The Michigan Court Rules require the Defendant to be “served” (legally given) a copy of the Complaint and Summons. These documents must be delivered to the Defendant to give him or her legal notice of the action that has been started.   One typical way to “serve” a Defendant is for a person other that the Plaintiff to personally hand the papers to the Defendant. At other times “service” is accomplished by mailing papers in a manner allowed by the Michigan Court Rules.

What You Need to do to Respond to a Legal Action 

After the Defendant is served and knows what the Plaintiff wants the Court to order, the Defendant must make a decision about whether or not to “answer” the Complaint. When the Defendant files an Answer to the Complaint, the Defendant is telling the Court what he or she agrees with and disagrees with in the Complaint. At the end of the Answer, the Defendant lists the things he or she wants the Court to do in the case. Except for orders that are required by law to be included in every case, the Court will only enter orders for things that are asked for by one or both of the parties.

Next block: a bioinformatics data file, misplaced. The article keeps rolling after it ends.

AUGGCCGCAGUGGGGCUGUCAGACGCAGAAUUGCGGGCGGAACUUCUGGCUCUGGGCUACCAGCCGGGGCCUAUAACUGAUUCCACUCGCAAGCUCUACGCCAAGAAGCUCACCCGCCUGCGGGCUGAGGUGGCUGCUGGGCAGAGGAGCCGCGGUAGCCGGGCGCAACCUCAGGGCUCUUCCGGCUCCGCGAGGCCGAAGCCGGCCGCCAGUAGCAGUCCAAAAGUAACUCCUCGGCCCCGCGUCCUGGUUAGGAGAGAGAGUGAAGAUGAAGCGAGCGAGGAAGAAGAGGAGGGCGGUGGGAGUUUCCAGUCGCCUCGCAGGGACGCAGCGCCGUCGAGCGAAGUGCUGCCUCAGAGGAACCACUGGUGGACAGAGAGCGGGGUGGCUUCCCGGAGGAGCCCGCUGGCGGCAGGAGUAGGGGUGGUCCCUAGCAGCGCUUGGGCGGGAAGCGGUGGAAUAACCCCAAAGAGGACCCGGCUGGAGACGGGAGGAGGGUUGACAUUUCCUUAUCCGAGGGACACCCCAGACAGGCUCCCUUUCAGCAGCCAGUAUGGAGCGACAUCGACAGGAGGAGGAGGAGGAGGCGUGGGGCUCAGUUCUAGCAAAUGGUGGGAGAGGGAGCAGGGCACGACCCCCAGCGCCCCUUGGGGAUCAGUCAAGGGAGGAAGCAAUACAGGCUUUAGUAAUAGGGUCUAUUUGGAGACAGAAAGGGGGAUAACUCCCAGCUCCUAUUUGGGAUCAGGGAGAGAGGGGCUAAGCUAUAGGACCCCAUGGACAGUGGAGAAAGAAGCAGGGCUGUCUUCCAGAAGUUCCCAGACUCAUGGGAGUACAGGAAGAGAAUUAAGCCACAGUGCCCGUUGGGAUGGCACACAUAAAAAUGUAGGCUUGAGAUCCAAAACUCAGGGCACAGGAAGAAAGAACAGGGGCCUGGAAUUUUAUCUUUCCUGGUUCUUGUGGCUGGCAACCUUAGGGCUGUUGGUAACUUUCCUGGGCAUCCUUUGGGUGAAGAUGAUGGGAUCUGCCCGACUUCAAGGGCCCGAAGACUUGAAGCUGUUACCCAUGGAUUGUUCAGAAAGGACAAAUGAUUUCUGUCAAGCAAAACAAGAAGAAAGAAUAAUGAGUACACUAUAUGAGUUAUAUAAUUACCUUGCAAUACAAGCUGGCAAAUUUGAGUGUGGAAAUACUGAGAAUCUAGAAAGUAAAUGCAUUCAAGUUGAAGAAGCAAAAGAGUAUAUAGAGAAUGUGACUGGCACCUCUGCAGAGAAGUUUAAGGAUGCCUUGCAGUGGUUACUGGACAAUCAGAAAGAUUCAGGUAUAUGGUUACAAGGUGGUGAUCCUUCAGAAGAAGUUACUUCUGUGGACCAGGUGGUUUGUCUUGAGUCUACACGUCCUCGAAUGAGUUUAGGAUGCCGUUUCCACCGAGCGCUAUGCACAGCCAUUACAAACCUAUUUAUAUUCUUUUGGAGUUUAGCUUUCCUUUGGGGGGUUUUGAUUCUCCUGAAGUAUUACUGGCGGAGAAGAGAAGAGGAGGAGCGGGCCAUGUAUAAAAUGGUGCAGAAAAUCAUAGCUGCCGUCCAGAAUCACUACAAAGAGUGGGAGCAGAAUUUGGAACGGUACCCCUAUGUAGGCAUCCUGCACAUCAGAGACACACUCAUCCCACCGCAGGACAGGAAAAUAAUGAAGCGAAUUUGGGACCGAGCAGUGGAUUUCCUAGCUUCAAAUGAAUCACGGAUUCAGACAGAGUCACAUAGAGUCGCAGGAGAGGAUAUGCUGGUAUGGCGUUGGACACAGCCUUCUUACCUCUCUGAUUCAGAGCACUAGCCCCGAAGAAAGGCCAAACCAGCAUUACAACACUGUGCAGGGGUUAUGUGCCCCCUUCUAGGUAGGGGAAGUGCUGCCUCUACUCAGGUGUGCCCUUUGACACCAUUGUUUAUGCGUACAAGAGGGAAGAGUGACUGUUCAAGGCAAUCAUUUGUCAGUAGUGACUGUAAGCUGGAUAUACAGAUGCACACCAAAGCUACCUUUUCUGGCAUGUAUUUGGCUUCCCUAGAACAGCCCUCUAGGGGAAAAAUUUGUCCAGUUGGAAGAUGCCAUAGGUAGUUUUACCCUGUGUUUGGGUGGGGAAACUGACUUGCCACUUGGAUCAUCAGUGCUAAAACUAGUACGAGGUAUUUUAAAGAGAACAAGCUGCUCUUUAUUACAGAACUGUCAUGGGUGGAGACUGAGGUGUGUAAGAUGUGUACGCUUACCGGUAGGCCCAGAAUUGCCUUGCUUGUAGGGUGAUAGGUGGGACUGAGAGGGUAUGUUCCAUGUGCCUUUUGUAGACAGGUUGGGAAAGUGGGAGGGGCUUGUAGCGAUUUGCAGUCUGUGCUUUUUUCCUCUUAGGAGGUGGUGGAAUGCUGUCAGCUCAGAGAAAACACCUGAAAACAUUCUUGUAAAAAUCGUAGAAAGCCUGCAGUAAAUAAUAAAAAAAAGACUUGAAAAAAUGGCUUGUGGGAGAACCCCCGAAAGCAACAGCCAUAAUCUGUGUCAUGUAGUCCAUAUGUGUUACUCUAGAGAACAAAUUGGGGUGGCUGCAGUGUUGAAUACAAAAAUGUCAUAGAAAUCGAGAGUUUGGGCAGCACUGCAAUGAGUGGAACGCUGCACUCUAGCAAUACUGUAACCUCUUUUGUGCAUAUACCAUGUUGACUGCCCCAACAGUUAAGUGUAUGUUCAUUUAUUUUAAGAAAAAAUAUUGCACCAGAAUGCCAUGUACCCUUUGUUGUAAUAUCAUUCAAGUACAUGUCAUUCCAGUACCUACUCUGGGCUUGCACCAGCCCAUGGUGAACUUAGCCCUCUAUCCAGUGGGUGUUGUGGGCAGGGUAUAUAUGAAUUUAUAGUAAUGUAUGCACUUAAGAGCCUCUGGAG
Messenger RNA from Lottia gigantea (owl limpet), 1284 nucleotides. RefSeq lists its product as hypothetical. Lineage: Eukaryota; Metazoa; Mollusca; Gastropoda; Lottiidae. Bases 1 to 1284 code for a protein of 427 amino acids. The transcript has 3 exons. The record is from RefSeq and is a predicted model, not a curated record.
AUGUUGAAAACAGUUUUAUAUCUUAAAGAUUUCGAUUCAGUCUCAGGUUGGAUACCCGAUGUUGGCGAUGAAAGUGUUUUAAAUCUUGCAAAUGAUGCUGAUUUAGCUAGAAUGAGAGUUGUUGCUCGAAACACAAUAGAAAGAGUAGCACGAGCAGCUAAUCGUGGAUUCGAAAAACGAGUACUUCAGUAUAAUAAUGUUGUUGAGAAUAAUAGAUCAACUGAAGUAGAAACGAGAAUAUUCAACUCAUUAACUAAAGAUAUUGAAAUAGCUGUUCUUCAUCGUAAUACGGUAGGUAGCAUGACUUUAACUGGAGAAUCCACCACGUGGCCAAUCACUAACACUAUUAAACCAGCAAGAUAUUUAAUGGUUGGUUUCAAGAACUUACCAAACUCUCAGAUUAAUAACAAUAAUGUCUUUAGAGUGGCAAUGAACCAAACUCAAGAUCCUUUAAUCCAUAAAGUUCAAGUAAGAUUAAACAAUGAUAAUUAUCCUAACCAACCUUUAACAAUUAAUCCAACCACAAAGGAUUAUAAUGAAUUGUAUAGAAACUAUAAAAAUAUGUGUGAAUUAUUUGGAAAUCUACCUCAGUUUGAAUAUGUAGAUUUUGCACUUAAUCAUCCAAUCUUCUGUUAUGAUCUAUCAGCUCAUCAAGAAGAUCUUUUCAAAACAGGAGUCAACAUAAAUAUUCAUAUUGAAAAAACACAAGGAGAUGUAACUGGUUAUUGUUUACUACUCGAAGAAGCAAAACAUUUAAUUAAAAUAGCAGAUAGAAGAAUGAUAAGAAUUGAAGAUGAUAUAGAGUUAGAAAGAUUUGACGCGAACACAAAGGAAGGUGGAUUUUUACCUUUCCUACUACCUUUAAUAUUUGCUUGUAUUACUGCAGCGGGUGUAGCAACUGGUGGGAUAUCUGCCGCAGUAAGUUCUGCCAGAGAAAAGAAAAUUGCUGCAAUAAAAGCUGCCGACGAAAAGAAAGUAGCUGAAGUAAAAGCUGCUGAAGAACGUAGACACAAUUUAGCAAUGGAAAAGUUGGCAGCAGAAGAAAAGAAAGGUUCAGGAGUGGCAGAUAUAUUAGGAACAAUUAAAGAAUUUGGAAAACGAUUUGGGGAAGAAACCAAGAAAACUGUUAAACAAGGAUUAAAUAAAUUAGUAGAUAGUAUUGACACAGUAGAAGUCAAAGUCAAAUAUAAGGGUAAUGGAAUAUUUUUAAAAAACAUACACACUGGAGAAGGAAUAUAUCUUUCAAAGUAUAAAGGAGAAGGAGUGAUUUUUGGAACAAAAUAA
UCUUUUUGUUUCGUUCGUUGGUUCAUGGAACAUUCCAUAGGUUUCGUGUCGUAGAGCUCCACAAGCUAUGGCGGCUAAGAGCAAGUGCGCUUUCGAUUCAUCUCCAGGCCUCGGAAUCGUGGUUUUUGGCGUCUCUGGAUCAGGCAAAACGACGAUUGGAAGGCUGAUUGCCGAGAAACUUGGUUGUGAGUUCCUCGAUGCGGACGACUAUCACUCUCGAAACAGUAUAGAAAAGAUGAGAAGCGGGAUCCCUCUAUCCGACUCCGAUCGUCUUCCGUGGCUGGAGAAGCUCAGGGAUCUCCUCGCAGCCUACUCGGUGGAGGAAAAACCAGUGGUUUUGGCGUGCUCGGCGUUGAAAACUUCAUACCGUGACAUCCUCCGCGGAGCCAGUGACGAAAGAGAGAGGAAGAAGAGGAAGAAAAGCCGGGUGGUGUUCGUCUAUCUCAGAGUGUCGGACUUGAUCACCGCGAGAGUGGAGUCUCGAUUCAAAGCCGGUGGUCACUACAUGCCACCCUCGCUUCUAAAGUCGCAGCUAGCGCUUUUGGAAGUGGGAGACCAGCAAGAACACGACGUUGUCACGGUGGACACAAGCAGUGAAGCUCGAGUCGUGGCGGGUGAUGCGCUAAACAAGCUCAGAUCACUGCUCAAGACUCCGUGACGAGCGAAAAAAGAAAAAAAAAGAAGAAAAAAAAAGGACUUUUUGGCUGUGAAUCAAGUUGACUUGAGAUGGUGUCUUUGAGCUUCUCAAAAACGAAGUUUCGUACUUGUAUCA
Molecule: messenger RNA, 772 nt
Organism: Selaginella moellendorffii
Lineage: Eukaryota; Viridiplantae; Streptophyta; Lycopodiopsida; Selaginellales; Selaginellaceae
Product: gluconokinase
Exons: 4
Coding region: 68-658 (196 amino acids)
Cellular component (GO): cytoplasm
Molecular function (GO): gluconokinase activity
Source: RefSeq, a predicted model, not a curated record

If the Defendant does not file an Answer to Complaint within the legal deadline, he or she may be “defaulted”. This means the Court will enter orders without considering what the Defendant wants, and that the Defendant waives his or her right to have concerns and requests considered by the Court before final orders are granted.

When a Defendant is defaulted, the Court could enter Orders giving the Plaintiff everything permitted by law for which the Plaintiff has asked, even if the Defendant disagrees; the Court will not know or consider the Defendant’s position because the Defendant did not present his or her "side of the story."